The first cannabis seeds arrived in Australia in 1788 on the First Fleet at the request of Sir Joseph Banks, who marked the cargo “For Commerce”.
Hemp is one of the world’s most useful plants. Its uses range from paper to fuel, and it could replace many environmentally destructive products.
For thousands of years hemp has been used as a food, to make clothing, as a medicine and as a drug. It can be turned into plastics and made into petroleum without producing sulphur, thus reducing CO2 in the atmosphere. Until the late 1880’s 75-90% of all paper in the world was made from hemp.
In 1938 the United States was the first country to introduce laws to destroy hemp plants, regardless of their intended use. That law was the result of political pressure exerted by the forestry industry and the Dupont corporation, which had just patented oil and coal based plastics production. Australia quickly followed the United States’ lead.
That which ensued was a campaign to destroy the industry in spite of the fact that marijuana had been prescribed by doctors for centuries. The American Medical Association at the time condemned the media beat-up as “tabloid sensationalism“. Headlines in Australia included: “Drug that maddens victims“, “Plant grows wild in Queensland” and “Warning from America“. Articles proclaimed that marijuana “distorts moral values and leads to degrading sexual excesses“.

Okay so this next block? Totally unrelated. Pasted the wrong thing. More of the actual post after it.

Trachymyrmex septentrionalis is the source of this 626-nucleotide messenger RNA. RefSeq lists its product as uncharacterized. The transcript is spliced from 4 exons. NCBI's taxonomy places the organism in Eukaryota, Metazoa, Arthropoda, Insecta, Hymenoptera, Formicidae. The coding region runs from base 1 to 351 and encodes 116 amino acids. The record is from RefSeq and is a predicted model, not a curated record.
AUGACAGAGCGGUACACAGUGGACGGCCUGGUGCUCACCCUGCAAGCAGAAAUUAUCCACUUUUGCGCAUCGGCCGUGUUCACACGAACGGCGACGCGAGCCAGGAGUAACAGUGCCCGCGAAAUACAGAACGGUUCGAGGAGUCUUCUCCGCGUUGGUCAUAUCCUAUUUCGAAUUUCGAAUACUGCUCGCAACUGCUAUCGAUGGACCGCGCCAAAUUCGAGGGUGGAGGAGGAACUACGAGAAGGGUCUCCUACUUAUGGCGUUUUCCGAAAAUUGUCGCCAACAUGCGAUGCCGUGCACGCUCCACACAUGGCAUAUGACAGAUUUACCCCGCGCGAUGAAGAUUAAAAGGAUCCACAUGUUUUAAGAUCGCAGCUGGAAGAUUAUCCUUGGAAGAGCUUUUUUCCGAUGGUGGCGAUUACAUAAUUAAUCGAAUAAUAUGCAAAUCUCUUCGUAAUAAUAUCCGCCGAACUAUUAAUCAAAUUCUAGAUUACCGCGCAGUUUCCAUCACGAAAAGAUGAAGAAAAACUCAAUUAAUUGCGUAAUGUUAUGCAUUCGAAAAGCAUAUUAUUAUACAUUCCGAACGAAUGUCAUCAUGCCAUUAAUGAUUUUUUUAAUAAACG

Fast forward to today and the medical use of marijuana is permitted in 15 American states, meanwhile Australia doesn’t even allow the use of medical marijuana, despite its benefits. Where medical marijuana is allowed in the US, it is prescribed by a medical practitioner and the script “dispensed” by a designated cannabis shop or cooperative store. Cannabis can also legally be grown at home by an approved medical user.
Medically prescribed marijuana can alleviate chronic pain including rheumatoid arthritis. It can be used as therapy for neurologic symptoms associated with Parkinson’s and Huntington’s disease, as well as treating muscle spasms among those with multiple sclerosis and Tourette’s Syndrome. Pain Management of America advises: “Medical marijuana as a chronic pain management tool can reduce patients’ pain and improve quality of life, without the same serious side effects associated with use of some pharmaceutical pain relievers.”.
The present state of play in Australia is that the law relating to the use of marijuana remains a flawed system, unlawful yet all the while denying people with serious health problems access to one drug which has been proven to be of the most assistance, and without the serious side effects of other prescription medicines. It is a sad commentary on the state of modern medicine and indeed politics in Australia that something that has been known for 5,000 years remains illegal even on prescription.